Loading ...
Sorry, an error occurred while loading the content.

Complex adaptive systems, broadband and self-organisation

Expand Messages
  • Bala Pillai
    ... From: Michael Wolff To: ki Work Yahoo Group Sent: Friday, August 01, 2003 9:12 PM Subject: [ki-work] Complex adaptive systems, broadband and
    Message 1 of 1 , Aug 1, 2003
    • 0 Attachment
      ----- Original Message -----
      Sent: Friday, August 01, 2003 9:12 PM
      Subject: [ki-work] Complex adaptive systems, broadband and self-organisation

      Graeme has kindly referred me to a paper by two academics: 'The ecology the Connecticon' by Dr Frank Rennie and Robin Mason.

      This provides an interesting scientific explanation of how ki Work can emerge given the existence of broadband, and the interrelationship between stable command-and-control organisational structures and flexible, on demand, networks of freelance teams. Below are excerpts from the paper. Full paper available at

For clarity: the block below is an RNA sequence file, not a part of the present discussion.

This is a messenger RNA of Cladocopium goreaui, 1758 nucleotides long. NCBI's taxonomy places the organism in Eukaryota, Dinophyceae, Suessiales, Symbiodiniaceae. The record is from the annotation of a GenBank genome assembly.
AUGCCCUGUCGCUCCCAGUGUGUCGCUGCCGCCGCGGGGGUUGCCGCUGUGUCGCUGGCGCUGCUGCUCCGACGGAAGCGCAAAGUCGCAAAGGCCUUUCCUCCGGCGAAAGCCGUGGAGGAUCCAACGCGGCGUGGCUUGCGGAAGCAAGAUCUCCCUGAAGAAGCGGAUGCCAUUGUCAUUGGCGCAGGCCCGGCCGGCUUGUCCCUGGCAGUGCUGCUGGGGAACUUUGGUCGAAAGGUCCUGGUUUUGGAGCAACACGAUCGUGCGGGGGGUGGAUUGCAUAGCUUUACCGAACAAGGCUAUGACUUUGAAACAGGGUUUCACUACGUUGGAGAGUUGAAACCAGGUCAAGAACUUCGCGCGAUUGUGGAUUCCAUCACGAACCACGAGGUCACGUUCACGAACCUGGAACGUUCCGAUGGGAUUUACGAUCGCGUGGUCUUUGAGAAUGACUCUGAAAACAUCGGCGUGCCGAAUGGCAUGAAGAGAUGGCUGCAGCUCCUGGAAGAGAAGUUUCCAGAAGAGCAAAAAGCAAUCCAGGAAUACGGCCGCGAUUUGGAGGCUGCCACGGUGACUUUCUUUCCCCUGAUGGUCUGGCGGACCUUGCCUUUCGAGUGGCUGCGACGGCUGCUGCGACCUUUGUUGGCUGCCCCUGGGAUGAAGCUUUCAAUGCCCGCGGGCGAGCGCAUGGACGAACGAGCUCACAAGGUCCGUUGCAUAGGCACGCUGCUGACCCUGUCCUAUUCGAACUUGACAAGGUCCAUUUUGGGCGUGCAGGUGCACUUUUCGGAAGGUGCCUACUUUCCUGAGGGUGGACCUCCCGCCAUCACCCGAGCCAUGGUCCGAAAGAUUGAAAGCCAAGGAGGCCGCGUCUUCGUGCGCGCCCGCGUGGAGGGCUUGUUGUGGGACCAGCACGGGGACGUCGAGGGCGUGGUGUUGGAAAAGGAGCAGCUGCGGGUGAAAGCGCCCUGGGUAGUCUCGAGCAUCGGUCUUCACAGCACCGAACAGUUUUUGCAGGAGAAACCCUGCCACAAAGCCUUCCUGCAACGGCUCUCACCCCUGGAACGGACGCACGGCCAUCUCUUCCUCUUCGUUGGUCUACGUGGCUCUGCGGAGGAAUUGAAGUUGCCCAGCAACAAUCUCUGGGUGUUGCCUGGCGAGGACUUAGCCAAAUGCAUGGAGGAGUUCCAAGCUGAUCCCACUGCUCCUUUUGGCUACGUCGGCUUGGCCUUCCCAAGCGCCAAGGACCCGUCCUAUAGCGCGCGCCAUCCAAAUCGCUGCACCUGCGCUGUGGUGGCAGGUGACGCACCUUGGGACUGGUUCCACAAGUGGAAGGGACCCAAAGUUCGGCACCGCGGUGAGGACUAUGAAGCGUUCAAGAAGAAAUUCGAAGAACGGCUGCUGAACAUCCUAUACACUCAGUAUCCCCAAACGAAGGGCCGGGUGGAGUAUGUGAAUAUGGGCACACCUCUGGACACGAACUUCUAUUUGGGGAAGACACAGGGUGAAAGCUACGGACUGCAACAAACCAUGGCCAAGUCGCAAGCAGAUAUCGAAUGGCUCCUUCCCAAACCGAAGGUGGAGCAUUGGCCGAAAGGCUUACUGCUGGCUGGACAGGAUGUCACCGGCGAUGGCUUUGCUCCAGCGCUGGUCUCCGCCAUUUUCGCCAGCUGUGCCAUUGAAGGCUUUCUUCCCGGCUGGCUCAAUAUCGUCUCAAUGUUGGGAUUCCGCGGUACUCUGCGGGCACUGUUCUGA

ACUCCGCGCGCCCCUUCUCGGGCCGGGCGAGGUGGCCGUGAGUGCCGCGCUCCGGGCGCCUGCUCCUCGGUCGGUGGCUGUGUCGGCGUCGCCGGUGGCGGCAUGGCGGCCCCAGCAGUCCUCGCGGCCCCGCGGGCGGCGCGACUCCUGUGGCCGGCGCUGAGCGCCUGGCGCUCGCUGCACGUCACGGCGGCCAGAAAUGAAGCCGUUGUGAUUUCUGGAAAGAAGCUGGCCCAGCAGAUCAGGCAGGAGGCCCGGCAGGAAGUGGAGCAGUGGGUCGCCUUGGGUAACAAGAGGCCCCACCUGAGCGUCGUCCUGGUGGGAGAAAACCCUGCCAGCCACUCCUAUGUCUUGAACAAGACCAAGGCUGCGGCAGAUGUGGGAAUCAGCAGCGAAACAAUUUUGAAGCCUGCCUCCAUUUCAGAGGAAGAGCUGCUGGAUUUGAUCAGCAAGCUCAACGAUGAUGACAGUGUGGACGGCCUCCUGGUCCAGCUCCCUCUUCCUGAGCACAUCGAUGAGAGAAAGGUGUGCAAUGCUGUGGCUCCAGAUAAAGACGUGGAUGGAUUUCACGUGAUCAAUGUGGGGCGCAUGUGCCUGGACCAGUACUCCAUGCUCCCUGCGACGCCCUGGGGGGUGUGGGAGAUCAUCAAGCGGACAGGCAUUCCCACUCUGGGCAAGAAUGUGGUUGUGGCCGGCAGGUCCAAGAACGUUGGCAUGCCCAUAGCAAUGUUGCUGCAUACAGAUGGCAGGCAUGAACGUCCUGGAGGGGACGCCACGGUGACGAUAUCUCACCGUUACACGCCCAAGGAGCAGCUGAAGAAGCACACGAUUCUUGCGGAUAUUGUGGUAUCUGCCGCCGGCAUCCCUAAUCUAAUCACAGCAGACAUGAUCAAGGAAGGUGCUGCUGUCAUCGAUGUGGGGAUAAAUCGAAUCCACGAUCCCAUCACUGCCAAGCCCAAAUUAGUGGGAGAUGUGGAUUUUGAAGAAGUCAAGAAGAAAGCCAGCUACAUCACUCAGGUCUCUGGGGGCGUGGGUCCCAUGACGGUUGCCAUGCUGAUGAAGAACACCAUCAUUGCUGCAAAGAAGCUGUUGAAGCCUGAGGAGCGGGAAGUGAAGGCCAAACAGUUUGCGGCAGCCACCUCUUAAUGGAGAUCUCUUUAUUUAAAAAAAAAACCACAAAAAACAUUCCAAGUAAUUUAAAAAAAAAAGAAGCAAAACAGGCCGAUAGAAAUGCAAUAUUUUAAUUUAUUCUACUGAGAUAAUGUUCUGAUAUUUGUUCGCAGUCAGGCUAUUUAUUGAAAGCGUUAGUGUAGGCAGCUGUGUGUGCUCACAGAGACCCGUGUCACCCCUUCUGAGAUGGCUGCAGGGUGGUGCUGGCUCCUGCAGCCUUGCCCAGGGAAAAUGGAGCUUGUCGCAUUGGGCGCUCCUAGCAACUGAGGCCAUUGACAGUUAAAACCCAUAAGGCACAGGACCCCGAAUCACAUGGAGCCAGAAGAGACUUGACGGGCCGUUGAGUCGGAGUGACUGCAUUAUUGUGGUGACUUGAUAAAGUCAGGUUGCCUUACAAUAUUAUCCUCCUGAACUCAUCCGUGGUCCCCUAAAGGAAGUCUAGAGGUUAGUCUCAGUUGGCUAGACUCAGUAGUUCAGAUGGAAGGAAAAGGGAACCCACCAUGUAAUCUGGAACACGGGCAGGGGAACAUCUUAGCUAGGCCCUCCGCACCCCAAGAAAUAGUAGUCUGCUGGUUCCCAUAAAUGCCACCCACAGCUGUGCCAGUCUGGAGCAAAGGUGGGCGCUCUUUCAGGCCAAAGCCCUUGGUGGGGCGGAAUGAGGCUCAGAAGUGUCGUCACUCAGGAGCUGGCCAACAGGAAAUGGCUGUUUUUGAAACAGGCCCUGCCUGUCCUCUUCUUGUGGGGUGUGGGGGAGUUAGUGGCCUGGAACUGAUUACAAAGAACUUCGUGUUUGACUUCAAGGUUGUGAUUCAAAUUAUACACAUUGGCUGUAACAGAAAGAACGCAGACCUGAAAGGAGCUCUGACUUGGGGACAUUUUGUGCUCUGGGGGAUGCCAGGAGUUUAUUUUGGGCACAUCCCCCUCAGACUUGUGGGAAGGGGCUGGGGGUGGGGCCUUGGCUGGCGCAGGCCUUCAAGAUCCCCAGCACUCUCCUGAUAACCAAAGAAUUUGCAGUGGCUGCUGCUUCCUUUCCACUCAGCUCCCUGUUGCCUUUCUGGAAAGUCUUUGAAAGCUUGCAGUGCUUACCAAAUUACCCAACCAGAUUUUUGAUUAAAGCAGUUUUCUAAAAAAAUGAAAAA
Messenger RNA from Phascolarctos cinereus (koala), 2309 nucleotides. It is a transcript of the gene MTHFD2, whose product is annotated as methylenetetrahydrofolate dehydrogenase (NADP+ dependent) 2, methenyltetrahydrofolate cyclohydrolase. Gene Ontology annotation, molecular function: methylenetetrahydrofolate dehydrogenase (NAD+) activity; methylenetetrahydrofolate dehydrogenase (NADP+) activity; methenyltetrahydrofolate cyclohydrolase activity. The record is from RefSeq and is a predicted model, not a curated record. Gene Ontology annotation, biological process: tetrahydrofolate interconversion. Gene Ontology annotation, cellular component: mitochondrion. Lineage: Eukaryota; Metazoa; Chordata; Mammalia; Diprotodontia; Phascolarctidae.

Dr. Frank Rennie is Convenor of the University of the Highlands and Islands (UHI) Research School of Sustainable Rural Development at the UHI Millennium Institute in Scotland and Robin Mason is Professor of Educational Technology at the U.K. Open University


      The utilisation of broadband technology in supporting entrepreneurial activity is explored in an attempt to understand the educational skills demanded in the new millennium. A model of a complex adaptive system is proposed that incorporates the whole technical infrastructure of the Internet, plus the human resource utilisation of the Internet users, together with increased levels of interactivity, both between users and between different types of communication devices. We have called this complex system the Connecticon, and attempt to explain some of its key emergent properties. From these we make some suggestions for optimising the changes to conventional practices that we call innovation.